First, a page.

With digital distribution hitting its stride, budget gaming no longer means being limited to the crappy "value" selection at your local software shop. Digital storefronts like Steam have allowed developers to take a chance on games that would never have seen the light of day under the traditional retail model, with all of its incremental costs. The result has been a number of games that experiment with traditional modes of play, taking risks to produce an experience that isn't typical, yet can still be plenty of fun. Vitamin G's The Undergarden is one of those games.
If you had to sum up The Undergarden in a single thought, it would probably be something like "It's the ultimate Teletubby acid trip."
Set in a magical underground garden filled with water, the goal of The Undergarden isn't so much to win as it is to experience. You're not here to kill things, but the goal is simply to explore.
The world is initially somewhat drab, but as your miniature teletubby (the main character looks just like one of them, sans the TV in his chest) swims around the world pollinating the underground flora and fauna, vibrant swaths of color fill the screen. Accompanying the plants are musical notes. As each one bursts into bloom, another musical note is hit, causing an organic melody of sorts to play with each swipe of the controls.
Finding the end of each level is ostensibly the primary goal, though it isn't the only thing for you to do. Each level offers a number of objectives, some of which are straightforward, such as pollinating all of the plants, while others involve a bit more searching. For example, finding all of the hidden musicians or discovering all of the magic flower blooms will often require poking your head off the beaten path.
The 14 levels that comprise The Undergarden are all themed — usually after a gameplay mechanic that is required to make your way through the level. The first few levels are straightforward, with later levels introducing some basic physics puzzles.
None of the puzzles in the game are horribly challenging; solving them simply requires a bit of thought on how to use the tools at your disposal. For example, if you find a block that needs to be pressed down, look around for a heavy fruit to drop on to the pressure plate. If you need to destroy a crumbling wall that is blocking your path, look for a red exploding fruit. Given that the game tends toward the simpler side, chances are good that any necessary items can be found in the immediate area.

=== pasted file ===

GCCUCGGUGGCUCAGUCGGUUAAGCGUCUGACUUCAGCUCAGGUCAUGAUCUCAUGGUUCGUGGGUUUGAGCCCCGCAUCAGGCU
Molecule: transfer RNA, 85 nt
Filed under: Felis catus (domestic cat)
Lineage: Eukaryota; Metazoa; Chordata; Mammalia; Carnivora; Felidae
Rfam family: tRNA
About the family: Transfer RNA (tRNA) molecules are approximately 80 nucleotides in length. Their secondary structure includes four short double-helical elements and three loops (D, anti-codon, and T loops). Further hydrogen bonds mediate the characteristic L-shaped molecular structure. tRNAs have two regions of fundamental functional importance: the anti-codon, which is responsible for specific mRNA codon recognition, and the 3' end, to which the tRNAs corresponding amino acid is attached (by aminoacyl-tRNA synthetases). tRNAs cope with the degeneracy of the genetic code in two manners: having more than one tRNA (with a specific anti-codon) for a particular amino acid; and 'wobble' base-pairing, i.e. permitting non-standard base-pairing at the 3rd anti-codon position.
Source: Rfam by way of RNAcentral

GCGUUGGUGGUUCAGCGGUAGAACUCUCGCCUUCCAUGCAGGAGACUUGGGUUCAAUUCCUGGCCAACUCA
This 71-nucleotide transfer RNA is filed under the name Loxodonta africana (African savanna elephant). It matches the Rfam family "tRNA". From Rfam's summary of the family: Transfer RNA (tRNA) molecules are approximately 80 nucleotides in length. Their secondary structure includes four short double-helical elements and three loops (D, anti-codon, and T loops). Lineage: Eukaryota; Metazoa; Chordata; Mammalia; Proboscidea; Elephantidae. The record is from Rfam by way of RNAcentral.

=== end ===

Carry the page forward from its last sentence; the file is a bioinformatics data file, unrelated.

Visually, The Undergarden is sharp and vibrant, with the plants swaying to the underground currents. Colors run the gamut, with all ends of the spectrum represented. To say that watching someone play The Undergarden is almost as enjoyable as playing it is not an exaggeration. There is something soothing about sitting back and watching the fantasy world come to life.
Control-wise, the PC version of The Undergarden supports both a mouse and keyboard control setup as well as the Xbox 360 controller. Although the mouse and keyboard combo is sufficient, after playing with the Xbox 360 controller, it's obvious that the game was designed with the console in mind. If you have one handy, be sure to use the Xbox 360 controller with the game. Trying to use the mouse and keyboard just doesn't feel as precise.
In addition to the single-player mode, The Undergarden also supports local co-op. On the PC, it supports mixed controls, so one player can use the mouse and keyboard while the other uses an Xbox 360 controller. When playing co-op, the objective is the same; it's just that there are now two of you working together.
While the concept of co-op play is great in theory, when it comes to practical implementation, The Undergarden stumbles a bit. The biggest problem is that if the second player gets too far away from the first, he or she is automatically teleported back to the first player. When you're teleported, you drop everything that you're carrying, and the teleport happens anytime you move off-screen. Given the game's nature to zoom in and out of the map, this can happen without notice.
For example, there is more than one place in the game where the camera zooms in for dramatic effect. That's all well and good in the single-player portion, but in co-op, that camera zoom can be enough to force your partner to teleport. The first time it happens, it's amusing. The 10th time it happens, it gets annoying. After a while, it's easy to get the impression that The Undergarden was tuned for the single-player mode and that co-op was something of an afterthought.
The only other issue worth mentioning is the occasional problem with pathfinding. When you are navigating solo, your miniature teletubby is pretty nimble, but when you're towing fruit or one of your musician friends, it's not quite so simple. The game has a number of tight spaces, so you'd expect those in tow to go with the flow. Instead, it's all too easy to have the entourage get caught on a corner, forcing you to either slowly maneuver into the proper position or just hit the boost button and try to get through with brute force.
Despite its flaws, The Undergarden is both accessible and enjoyable for all types of audiences. Whether you're a hardcore player looking for a break or a causal gamer wanting to try something new, this is one experiment in gameplay that's worth checking out.
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